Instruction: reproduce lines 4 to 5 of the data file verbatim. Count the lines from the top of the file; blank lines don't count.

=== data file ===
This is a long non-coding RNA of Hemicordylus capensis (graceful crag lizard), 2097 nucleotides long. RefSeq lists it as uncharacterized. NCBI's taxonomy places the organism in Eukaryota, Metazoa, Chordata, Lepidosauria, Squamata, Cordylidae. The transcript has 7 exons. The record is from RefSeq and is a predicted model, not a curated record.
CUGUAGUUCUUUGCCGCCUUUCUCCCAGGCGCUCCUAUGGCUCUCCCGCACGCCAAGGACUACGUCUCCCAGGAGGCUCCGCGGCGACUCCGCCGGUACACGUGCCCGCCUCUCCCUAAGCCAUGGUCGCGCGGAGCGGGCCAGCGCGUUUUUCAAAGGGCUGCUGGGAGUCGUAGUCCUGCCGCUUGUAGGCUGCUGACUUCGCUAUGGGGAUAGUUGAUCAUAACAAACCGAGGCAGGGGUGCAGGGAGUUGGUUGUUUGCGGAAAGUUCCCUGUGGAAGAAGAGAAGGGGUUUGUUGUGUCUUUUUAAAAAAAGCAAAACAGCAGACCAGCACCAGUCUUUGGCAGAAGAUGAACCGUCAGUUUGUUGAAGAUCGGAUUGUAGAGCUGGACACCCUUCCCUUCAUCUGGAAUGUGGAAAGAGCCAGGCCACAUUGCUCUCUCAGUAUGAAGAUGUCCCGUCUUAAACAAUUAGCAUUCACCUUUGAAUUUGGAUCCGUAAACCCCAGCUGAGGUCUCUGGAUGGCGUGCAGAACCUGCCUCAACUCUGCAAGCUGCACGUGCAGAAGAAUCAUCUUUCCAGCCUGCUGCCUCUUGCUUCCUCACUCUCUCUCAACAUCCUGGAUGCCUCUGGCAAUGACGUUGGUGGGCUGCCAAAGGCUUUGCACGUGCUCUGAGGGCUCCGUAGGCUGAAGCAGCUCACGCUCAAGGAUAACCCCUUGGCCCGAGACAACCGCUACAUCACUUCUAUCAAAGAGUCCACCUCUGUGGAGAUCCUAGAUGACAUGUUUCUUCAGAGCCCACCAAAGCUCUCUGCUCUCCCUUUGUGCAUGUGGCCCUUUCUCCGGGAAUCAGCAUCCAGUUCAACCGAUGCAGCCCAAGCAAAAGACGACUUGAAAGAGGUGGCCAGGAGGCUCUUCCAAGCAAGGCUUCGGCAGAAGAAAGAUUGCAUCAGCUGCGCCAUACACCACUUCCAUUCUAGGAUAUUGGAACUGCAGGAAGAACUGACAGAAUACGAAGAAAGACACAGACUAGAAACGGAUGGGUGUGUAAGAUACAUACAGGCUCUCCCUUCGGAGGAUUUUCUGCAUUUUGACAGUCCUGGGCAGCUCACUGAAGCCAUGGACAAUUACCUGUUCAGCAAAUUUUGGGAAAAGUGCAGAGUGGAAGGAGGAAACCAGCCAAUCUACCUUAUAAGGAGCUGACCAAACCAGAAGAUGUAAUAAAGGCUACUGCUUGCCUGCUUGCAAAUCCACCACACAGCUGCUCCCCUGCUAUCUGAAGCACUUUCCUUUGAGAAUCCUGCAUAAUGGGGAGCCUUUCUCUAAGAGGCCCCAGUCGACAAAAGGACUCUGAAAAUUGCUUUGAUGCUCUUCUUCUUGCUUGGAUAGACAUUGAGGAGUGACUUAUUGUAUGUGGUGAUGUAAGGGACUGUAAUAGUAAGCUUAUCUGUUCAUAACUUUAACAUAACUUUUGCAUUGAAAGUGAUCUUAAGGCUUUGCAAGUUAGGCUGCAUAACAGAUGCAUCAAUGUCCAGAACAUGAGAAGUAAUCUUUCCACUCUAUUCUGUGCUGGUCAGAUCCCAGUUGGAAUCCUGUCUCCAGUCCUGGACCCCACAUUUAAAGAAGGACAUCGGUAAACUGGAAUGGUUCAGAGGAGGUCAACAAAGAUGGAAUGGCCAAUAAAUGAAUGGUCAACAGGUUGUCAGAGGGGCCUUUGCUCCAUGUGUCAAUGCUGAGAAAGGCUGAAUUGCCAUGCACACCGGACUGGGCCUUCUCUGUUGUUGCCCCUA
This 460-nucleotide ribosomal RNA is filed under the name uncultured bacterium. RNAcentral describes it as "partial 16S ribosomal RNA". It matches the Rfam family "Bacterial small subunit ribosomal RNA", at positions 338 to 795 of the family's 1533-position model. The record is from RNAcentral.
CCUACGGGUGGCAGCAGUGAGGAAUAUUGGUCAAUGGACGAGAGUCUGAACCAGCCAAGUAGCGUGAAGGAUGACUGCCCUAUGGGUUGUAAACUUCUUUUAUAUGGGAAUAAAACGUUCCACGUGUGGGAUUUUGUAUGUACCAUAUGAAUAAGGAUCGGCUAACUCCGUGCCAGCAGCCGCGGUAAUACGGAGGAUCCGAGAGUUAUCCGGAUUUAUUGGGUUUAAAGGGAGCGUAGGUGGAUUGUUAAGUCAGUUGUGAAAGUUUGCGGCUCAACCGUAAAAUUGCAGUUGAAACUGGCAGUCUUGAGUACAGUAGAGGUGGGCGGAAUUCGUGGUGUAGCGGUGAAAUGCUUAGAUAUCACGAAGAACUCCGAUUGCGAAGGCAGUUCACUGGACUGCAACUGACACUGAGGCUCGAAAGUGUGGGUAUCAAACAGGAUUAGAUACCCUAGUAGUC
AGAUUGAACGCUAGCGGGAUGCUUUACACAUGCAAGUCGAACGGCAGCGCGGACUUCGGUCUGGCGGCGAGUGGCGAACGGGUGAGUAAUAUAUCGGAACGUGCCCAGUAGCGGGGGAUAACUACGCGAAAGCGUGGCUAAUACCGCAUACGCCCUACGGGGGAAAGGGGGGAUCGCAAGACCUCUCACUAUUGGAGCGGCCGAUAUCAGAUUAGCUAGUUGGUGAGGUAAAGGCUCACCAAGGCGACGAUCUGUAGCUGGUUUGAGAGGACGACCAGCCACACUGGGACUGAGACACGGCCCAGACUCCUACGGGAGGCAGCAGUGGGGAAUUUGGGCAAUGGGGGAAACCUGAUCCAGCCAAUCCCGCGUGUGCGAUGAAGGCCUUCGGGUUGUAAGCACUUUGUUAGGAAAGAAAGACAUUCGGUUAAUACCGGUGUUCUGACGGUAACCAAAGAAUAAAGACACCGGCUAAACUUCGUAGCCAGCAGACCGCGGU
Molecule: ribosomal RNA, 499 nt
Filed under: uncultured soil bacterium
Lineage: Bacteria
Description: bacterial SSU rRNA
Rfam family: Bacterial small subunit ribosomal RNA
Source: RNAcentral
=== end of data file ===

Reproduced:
CCUACGGGUGGCAGCAGUGAGGAAUAUUGGUCAAUGGACGAGAGUCUGAACCAGCCAAGUAGCGUGAAGGAUGACUGCCCUAUGGGUUGUAAACUUCUUUUAUAUGGGAAUAAAACGUUCCACGUGUGGGAUUUUGUAUGUACCAUAUGAAUAAGGAUCGGCUAACUCCGUGCCAGCAGCCGCGGUAAUACGGAGGAUCCGAGAGUUAUCCGGAUUUAUUGGGUUUAAAGGGAGCGUAGGUGGAUUGUUAAGUCAGUUGUGAAAGUUUGCGGCUCAACCGUAAAAUUGCAGUUGAAACUGGCAGUCUUGAGUACAGUAGAGGUGGGCGGAAUUCGUGGUGUAGCGGUGAAAUGCUUAGAUAUCACGAAGAACUCCGAUUGCGAAGGCAGUUCACUGGACUGCAACUGACACUGAGGCUCGAAAGUGUGGGUAUCAAACAGGAUUAGAUACCCUAGUAGUC
AGAUUGAACGCUAGCGGGAUGCUUUACACAUGCAAGUCGAACGGCAGCGCGGACUUCGGUCUGGCGGCGAGUGGCGAACGGGUGAGUAAUAUAUCGGAACGUGCCCAGUAGCGGGGGAUAACUACGCGAAAGCGUGGCUAAUACCGCAUACGCCCUACGGGGGAAAGGGGGGAUCGCAAGACCUCUCACUAUUGGAGCGGCCGAUAUCAGAUUAGCUAGUUGGUGAGGUAAAGGCUCACCAAGGCGACGAUCUGUAGCUGGUUUGAGAGGACGACCAGCCACACUGGGACUGAGACACGGCCCAGACUCCUACGGGAGGCAGCAGUGGGGAAUUUGGGCAAUGGGGGAAACCUGAUCCAGCCAAUCCCGCGUGUGCGAUGAAGGCCUUCGGGUUGUAAGCACUUUGUUAGGAAAGAAAGACAUUCGGUUAAUACCGGUGUUCUGACGGUAACCAAAGAAUAAAGACACCGGCUAAACUUCGUAGCCAGCAGACCGCGGU